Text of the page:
National Connections, Local Ownership
National Connections, Local Ownership

The True Cost of Cybercrime Is More Than You Think

The cost of cybercrime is increasing year after year; but the cost needs to be measured in much more than dollars and cents.

Each year, Accenture publishes an Annual Cost of Cybercrime Study that combines research gleaned from 16 industries in 11 countries with interviews with more than 2,600 executives from 355 companies. The findings in the 2019 Study won’t make it easier for executives and IT professionals to get a good night’s sleep. Here are just some of the finding:

  • Cyberattacks are increasing – Average number of security breaches went from an average of 130 in 2018 to 145 in 2019, an increase of 11%.
  • Cybercrime costs are also increasing – Criminals are becoming more sophisticated in their efforts and the average cost for an organization has increased by $1.4 million leading to an all-time high of $13.0 million.

Please remember that these numbers are an average worldwide. We are all very aware of the multi millions and billions of dollars in breaches that major companies and corporations have faced. According to a Forbes article in 2018, the U.S. experiences the largest and most expensive breaches. “The potential cost of an incident depends on several factors with the financial impact rising in line with the number of records stolen. On average, each record

costs $148 and a breach of 1 million records costs $40 million while a breach of 50 million costs $350 million.”

Assessing the true cost of cybercrime

Most people, especially those who have not suffered any consequences from a data breach, think the impact is all about money. But at a recent meeting I attended, I found that is far from the whole story; that there can be an emotional, social, and human cost as well.

John Sileo of the Sileo Group used his experience as a victim of cybercrime to prove this point and to make companies realize that cybercrime is not just an IT problem…it needs to be addressed company-wide. Sileo’s identity was used by one his company’s insider to commit multiple felonies, for which Sileo was held legally and financially responsible. His company was destroyed, along with his finances. He spend two years fighting to avoid jail, so he knows how cybercrime can affect much more than just the company bottom line.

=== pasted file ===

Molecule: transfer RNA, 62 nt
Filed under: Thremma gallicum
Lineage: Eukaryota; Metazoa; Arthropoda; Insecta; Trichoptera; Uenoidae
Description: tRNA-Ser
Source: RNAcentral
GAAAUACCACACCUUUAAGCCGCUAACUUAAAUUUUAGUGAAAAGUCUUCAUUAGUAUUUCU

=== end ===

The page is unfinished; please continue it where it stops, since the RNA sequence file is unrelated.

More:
According to Sileo, there are things that organizations should do, besides rely on IT:

  • Consider the worst case scenario for your company and bring together a team that will work to build a strategic action plan. Each potential risk will need its own action plan.
  • Empower your employees to be the first line of cyber defense teaching them not to give out any information until they verify who is asking. Plus, inform them how to make sure that links are legitimate before they click on them.
  • Create strong passwords, using a custom alphanumeric code that is less easy to hack. Longer is better since four and six digit passwords are easy to hack.
  • Use aggressive spam filters, disable Office macros and compartmentalize date and segment users.
  • Keep systems updated. This is especially true if you have older computers and outdated software.

These are steps every company needs to take. Remember, it’s not a matter of “if” you will be hacked, but more likely “when,” so it’s vital to do everything you can to protect your data. And that means making cyber defense the responsibility of everyone in your company.

Read my full blog on this topic on FleetOwner’s IdeaXchange.


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